As most if not all of you know, Magnus Carlsen won the World Blitz Championship in St. Petersburg, Russia, several days ago. His finished with a huge score of 17/21, didn't lose a single game, and added 15 points to his massive blitz rating - he's now 2954. Despite the huge score, he only won the event by half a point, as Jan-Krzysztof Duda finished only half a point behind. (If his pummeling by Wesley So in the semi-final of Chess.com's Speed Chess Championship made us suspect that Duda's earlier wins over Sergey Karjakin and Alexander Grischuk were flukes, we should re-evaluate that conclusion! He is now #7 in the world in blitz, having picked up 124 rating points in the event.) Those two ran away with the event; Hikaru Nakamura was third, scoring 14.5 points - two behind Duda. Just missing the medals were Levon Aronian, Peter Svidler, Ian Nepomniachtchi, and the aforementioned Karjakin; all scored 14 points.

    Lots of top players participated, obviously, but there were some notable absences as well. Fabiano Caruana may have had enough of rapid and blitz chess, and of reading about his (supposed) deficiencies in rapid and blitz, to want to bother with the tournament. More surprising was So's absence, especially given his fine performance in the Speed Chess Championship mentioned above. Another surprise was Maxime Vachier-Lagrave's absence. He's the #2 blitz player in the world, by rating, briefly reaching #1 a couple of weeks before in the London Chess Classic. No doubt they had their reasons, but it's a pity for us as chess fans that they elected to skip the event.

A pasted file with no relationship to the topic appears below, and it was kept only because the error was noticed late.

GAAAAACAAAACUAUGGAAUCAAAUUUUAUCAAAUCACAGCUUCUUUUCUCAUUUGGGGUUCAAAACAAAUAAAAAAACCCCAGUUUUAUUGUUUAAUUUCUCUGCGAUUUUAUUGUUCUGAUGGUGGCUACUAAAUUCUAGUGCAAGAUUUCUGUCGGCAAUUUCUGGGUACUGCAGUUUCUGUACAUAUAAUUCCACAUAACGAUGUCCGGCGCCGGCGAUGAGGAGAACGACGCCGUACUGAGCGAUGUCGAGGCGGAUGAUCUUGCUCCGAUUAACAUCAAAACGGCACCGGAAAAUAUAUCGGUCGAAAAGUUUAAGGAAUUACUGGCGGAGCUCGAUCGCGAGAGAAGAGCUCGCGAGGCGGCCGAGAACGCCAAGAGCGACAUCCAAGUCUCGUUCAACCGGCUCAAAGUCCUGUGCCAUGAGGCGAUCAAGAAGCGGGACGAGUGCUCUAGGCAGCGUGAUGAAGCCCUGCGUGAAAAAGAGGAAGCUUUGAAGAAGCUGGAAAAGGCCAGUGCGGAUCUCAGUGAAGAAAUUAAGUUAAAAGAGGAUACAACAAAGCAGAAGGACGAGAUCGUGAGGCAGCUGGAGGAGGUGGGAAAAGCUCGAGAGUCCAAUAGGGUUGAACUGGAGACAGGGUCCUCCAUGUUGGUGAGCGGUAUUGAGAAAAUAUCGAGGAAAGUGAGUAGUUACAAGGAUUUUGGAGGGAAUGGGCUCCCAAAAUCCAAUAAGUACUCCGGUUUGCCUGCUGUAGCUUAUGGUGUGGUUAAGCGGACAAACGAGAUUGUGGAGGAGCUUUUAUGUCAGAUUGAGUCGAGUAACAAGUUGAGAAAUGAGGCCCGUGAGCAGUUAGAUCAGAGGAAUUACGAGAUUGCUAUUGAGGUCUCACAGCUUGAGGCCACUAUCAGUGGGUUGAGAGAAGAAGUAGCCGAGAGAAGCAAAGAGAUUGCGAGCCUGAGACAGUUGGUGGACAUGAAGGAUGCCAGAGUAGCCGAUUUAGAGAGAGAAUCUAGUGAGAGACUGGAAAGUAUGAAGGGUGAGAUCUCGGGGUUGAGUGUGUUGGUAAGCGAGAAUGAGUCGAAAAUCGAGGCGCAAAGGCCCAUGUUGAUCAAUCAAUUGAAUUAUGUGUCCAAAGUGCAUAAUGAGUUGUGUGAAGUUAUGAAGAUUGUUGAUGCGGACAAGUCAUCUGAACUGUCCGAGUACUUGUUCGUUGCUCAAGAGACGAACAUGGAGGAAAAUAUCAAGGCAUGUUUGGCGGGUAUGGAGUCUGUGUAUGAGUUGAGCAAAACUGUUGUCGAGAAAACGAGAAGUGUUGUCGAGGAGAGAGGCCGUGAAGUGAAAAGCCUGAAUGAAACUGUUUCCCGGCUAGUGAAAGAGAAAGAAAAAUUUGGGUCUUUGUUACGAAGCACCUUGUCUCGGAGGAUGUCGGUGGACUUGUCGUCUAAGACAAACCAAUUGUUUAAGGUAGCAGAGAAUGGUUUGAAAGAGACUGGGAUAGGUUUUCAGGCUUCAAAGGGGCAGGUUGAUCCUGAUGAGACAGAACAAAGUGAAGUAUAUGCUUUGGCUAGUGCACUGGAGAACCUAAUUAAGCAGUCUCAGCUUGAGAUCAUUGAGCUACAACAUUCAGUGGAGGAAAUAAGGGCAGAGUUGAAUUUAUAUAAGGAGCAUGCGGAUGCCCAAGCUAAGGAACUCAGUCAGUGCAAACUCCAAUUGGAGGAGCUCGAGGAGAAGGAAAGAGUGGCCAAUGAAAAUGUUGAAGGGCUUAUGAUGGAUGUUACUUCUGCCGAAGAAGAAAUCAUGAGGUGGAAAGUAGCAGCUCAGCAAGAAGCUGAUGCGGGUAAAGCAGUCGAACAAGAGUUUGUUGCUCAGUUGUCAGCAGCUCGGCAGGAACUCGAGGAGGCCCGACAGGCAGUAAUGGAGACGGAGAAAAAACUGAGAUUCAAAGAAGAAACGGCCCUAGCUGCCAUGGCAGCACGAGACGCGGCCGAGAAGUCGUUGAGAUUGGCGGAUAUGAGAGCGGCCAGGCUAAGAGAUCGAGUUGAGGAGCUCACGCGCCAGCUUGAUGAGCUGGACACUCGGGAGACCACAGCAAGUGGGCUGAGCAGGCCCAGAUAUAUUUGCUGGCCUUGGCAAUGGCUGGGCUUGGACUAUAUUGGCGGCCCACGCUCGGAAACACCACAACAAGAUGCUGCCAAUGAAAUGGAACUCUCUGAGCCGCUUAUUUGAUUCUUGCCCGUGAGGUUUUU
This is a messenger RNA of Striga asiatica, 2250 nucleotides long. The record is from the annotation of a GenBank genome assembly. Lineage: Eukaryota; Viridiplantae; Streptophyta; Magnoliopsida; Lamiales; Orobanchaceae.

Let's get back to those who did play; in particular, to the winner. All 21 of his games can be replayed here, with some brief comments highlighting the key moments (where applicable). At some point around the middle of the tournament he played his way into form, but for the first 1/3 to 1/2 of the tournament he received one present after another, as if Norwegian TV was paying his opponents to take a dive. It wasn't good, but once he woke up he started playing consistently excellent chess.

    I don't have time to scour the remaining games looking for gems, but readers, please help: if you saw especially good games not involving Carlsen, please mention them in the comments. Thank you, and Happy New Year!

    Monday
    Dec312018

    Another Free ChessLecture Show From Yours Truly

    Last week's free ChessLecture show harkened back to the 2014 World Blitz Championship, offering on-demand viewing of a presentation I did on miniatures won by White in that event. Apparently the powers that be decided that they were harking up the right tree and are now offering its sequel for free on-demand viewing the next two weeks: "Blitz Miniatures from Dubai: Black Wins". (An account is needed to watch, but that can also be obtained for free.)

    Happy viewing, and in a few hours, Happy New Year!

    Saturday
    Dec292018

    Notre Dame Outscores Clemson by -27 Points